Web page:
In two recent stories where an ugly side of Catholic practice has harmed people–in one case, a gay couple, and in the other, a lesbian woman–both have become profound examples of this grace and optimism. In the first case, a gay man in Missouri was fired from two church music jobs (one at a school, and one at a parish) when it became known that he planned to marry his long-term partner in New York. In the other case, a lesbian woman in Maryland was denied communion at her mother’s funeral Mass. I blogged about both of these experiences in a post entitled “Is It Possible to Find Hope in This Week’s Painful News?”
This past week, there have been updates on both of these cases and they tell the stories of how these people’s grace and optimism have persevered over the ugliness that was used against them.
The update for the Missouri case came in the form of a blog post on The New York Times website, appropriately titled “When Love Conquers All, Even the Loss of Two Jobs.” The post recounts the marriage ceremony weekend in New York that Al Fischer, the fired musician, and his now-husband, Charlie Robin, enjoyed recently. The description highlights the painful drama behind the simple exchange of vows:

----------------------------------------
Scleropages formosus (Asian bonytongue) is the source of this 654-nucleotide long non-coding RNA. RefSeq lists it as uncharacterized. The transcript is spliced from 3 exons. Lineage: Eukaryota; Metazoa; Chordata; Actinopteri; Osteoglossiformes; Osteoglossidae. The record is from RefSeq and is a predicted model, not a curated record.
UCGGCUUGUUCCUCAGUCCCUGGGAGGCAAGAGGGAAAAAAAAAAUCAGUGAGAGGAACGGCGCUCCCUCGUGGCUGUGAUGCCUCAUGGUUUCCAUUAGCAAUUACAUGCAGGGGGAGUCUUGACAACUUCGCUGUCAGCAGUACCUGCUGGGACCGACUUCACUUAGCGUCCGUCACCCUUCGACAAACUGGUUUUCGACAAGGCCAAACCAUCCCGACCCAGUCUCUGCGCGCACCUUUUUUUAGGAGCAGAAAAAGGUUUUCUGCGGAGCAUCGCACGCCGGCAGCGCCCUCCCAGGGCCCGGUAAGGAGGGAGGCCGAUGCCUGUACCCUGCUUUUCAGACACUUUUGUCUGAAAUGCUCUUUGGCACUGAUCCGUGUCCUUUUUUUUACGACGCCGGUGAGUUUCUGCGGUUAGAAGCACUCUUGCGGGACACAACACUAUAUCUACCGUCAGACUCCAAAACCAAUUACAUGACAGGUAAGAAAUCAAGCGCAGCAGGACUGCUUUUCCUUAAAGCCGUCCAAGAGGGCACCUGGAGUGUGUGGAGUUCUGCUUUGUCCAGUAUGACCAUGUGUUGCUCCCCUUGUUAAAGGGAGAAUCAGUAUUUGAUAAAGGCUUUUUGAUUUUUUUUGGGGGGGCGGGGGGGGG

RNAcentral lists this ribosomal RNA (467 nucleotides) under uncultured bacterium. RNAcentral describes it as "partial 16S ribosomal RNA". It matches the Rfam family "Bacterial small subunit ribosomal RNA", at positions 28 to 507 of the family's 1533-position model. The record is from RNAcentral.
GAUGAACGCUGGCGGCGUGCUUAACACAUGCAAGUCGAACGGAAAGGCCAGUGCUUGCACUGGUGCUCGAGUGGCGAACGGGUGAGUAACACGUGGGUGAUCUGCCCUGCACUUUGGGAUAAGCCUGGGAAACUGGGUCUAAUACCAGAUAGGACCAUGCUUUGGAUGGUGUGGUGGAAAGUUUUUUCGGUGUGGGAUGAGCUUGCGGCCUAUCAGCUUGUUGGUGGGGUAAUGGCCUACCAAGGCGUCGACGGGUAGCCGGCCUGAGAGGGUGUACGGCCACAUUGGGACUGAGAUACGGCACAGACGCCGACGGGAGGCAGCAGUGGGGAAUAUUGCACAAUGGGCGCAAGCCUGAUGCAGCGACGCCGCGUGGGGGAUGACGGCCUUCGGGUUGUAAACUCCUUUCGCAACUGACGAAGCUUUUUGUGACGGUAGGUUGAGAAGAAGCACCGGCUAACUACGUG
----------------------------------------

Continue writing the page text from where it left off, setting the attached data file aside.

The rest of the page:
“For the couple, the small ceremony, a commonplace occurrence in New York since the state legalized same-sex marriage last year, has uprooted their lives, and created a firestorm of controversy in which church doctrine, employment, love, law and the passions of school parents have all come into heated conflict.”
Yet, the story goes on to point out that both men remain committed to their Catholicism:
“Both men say they remain committed to the Catholic Church, though they plan to look for a new church to attend. ‘I’ve been Catholic all my life,’ Mr. Robin said. ‘It’s the way I know how to worship.’ ”
“Mr. Fischer said that even with his firings, he received nothing but support from the pews. Even of the people who fired him, he said: ‘These are good people in a tough situation, having to toe a particular line.’ ”
And Mr. Fischer has already
“. . .accepted a job offer from a secular private school for next fall and has received ‘solid offers’ of church work, he said, declining to name the school or the churches. He has kept his other two part-time jobs, as artistic director of a gay men’s chorus and musical director at a Reform synagogue.”
The update for the Maryland case appeared in a blog post on The Washington Post website, entitled “Barbara Johnson’s Buddhist Catholicism.” The interview that reporter Michelle Boorstein conducts with Ms. Johnson reveals a woman of deep faith who has found guidance from Buddhist principles, while retaining her Catholic identity. Boorstein comments:
“Johnson’s depiction of her faith mirrors that even of some clergy, including famed Trappist monk Thomas Merton who embraced and deeply studied Buddhism before his death in the 1960s. More recently, two Episcopal priests — including a bishop — described themselves as followers of Christianity and other faiths, one of Zen Buddhism and one of Islam.”